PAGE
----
Thierry Mugler's perfume "Angel" comes in a bottle shaped like an off-kilter star; it's a telling choice. At first glance, Mugler's designs seem like a 1970s version of space age, with lots of pointy spears, big shoulders, and gravity-defying basques, all executed in his shimmering, "classic" materials--vinyl and leather. But the real influence is late 1920s and '30s Hollywood, the days when Edith Head and Adrian were designing gowns for Joan Crawford, Gloria Swanson, and Jean Harlow. And it's these outsize personalities who are the key to Mugler: his ideal woman is a dominatrix-cum-star; fashion for him is a "very demanding mistress." So he fills his runways with character supermodels (Jerry, Eva, Naomi, Cindy) and an eclectic mix of stars (Cyd Charisse, Diana Ross, Sharon Stone, Ivana, Tippi Hedren)--in Mugler's words, "personalities who know and accept who they are and fashion themselves accordingly."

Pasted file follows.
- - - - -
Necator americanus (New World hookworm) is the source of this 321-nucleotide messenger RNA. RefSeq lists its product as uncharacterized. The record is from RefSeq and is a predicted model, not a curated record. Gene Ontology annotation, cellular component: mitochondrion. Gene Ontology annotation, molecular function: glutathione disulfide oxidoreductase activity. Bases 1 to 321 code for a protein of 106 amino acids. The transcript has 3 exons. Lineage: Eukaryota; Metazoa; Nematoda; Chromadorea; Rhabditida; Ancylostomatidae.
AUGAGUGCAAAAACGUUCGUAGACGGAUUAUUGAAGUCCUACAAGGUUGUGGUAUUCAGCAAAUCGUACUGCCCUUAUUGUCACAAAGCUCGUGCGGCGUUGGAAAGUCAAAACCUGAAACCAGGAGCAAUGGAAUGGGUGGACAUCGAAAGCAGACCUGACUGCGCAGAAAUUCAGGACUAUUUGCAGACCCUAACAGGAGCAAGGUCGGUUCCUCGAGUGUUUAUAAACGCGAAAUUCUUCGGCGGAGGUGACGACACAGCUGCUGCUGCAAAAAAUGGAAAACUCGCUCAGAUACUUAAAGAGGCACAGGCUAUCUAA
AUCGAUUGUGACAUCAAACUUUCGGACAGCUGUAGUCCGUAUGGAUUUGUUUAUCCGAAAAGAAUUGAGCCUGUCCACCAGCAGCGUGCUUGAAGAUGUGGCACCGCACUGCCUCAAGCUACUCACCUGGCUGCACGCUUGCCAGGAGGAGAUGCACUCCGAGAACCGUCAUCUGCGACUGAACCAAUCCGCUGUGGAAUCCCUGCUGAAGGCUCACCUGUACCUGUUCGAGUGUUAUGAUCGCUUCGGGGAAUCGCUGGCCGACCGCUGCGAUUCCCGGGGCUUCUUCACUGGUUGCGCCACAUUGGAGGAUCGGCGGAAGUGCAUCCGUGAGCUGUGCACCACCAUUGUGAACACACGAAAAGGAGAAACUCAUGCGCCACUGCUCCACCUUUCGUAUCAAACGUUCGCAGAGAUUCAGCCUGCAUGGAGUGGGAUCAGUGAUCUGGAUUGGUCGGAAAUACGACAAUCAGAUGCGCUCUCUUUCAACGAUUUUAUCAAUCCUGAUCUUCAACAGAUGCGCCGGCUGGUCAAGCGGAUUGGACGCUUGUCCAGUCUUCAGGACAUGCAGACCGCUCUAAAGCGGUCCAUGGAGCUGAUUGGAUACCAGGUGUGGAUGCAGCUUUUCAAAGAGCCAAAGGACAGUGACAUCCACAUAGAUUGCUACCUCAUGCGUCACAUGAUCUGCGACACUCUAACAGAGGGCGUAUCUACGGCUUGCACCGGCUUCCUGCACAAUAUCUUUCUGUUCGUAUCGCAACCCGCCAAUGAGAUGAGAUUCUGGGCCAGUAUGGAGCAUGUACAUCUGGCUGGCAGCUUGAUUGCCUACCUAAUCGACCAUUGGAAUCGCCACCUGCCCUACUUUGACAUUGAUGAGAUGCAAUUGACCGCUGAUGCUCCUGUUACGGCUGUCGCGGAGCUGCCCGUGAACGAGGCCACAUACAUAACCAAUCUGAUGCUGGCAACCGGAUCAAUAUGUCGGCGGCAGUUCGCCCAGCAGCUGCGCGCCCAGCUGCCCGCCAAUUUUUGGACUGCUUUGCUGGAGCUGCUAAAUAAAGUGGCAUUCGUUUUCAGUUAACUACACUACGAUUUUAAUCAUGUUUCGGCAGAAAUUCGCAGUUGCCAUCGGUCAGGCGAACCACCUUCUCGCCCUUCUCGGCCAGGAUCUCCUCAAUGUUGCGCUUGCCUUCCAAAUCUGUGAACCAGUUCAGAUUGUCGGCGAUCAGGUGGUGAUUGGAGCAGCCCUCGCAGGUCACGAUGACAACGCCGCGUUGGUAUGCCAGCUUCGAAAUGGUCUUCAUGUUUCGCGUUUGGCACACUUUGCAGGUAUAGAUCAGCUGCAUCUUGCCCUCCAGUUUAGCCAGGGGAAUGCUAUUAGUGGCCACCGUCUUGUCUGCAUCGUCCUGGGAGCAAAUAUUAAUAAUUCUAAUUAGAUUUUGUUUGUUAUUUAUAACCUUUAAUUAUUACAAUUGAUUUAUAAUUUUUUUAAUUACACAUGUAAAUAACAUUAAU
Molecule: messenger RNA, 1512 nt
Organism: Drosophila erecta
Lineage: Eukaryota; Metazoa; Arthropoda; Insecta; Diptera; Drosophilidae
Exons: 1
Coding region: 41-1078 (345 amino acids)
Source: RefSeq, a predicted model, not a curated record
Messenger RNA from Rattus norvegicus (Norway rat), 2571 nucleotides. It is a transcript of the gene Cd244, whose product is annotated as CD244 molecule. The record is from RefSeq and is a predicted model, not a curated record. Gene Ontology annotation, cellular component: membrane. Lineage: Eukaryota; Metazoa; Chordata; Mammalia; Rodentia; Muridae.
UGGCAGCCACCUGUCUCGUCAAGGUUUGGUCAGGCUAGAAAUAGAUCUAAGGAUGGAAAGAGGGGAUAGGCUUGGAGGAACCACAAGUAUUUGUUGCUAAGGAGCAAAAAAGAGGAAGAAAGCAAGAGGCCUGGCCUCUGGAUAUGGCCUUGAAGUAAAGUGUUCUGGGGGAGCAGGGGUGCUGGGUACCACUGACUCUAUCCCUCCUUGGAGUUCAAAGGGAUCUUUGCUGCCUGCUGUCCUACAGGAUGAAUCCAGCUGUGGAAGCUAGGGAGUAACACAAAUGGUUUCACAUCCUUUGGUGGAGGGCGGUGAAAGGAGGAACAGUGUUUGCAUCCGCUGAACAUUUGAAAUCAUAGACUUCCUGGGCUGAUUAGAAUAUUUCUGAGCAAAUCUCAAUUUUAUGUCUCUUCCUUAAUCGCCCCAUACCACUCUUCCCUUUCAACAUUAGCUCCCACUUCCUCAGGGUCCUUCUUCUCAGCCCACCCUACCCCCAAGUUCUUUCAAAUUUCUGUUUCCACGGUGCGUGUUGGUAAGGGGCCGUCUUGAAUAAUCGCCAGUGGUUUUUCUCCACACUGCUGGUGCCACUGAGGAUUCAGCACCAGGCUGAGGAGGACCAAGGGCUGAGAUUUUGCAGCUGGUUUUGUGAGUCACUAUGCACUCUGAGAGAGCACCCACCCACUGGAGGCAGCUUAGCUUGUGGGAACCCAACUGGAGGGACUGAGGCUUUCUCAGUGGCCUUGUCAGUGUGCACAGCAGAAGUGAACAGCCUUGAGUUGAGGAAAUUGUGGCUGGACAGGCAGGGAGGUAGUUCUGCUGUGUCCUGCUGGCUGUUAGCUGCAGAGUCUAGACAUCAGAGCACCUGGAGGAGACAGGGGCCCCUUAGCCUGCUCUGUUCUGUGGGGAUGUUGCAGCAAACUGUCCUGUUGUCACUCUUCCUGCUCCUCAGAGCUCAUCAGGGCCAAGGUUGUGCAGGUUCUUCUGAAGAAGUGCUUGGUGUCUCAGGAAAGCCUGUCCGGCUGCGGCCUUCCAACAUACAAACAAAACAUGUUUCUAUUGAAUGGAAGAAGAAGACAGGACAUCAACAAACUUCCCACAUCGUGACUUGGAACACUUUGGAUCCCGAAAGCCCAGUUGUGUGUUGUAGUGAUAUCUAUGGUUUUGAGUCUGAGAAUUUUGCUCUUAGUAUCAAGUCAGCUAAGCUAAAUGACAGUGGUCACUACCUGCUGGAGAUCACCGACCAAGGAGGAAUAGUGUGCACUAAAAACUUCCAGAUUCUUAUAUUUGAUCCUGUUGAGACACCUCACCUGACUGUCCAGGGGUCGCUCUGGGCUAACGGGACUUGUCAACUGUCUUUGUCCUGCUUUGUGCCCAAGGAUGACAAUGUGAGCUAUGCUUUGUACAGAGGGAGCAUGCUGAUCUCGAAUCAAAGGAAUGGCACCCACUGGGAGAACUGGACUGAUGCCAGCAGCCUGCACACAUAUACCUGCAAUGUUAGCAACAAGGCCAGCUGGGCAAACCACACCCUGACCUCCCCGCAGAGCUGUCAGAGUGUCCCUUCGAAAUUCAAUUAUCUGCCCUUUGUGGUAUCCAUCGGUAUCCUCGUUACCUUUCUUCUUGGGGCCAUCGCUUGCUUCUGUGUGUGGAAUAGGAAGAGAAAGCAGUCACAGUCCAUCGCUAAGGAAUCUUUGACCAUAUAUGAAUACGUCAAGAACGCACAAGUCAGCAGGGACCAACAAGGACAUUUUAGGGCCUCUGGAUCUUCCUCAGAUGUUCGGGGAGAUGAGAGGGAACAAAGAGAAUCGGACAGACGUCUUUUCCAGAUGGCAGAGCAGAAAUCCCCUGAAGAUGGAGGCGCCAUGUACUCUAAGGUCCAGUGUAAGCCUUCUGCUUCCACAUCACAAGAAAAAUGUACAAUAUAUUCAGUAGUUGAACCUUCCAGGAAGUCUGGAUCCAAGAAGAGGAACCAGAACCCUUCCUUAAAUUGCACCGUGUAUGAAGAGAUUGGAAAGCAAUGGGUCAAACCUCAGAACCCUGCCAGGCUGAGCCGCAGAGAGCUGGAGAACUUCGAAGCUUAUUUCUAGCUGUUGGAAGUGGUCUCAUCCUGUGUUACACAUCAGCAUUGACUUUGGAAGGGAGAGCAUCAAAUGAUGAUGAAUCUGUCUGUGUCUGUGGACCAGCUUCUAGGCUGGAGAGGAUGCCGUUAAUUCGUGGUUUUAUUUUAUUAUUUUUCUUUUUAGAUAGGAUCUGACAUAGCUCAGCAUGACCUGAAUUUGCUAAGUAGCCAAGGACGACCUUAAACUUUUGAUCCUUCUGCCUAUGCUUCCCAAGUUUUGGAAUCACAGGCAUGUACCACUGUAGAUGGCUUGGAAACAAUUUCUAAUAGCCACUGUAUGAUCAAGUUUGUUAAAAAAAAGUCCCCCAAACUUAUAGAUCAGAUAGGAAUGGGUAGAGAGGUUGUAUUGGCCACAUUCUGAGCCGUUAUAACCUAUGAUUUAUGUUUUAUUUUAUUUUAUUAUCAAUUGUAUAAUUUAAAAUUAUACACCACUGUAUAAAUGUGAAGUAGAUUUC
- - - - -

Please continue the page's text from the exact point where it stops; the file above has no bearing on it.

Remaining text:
This beautifully designed book brings together more than 250 photographs--some by the man himself, others by stars in their own right (Helmut Newton, David LaChapelle)--from his diverse ventures: the first public fashion show, George Michael's "Too Funky" video, Macbeth for the Comédie Française. The collection proves Mugler to be an utterly distinctive, yet endlessly inventive, talent. --Alan Stewart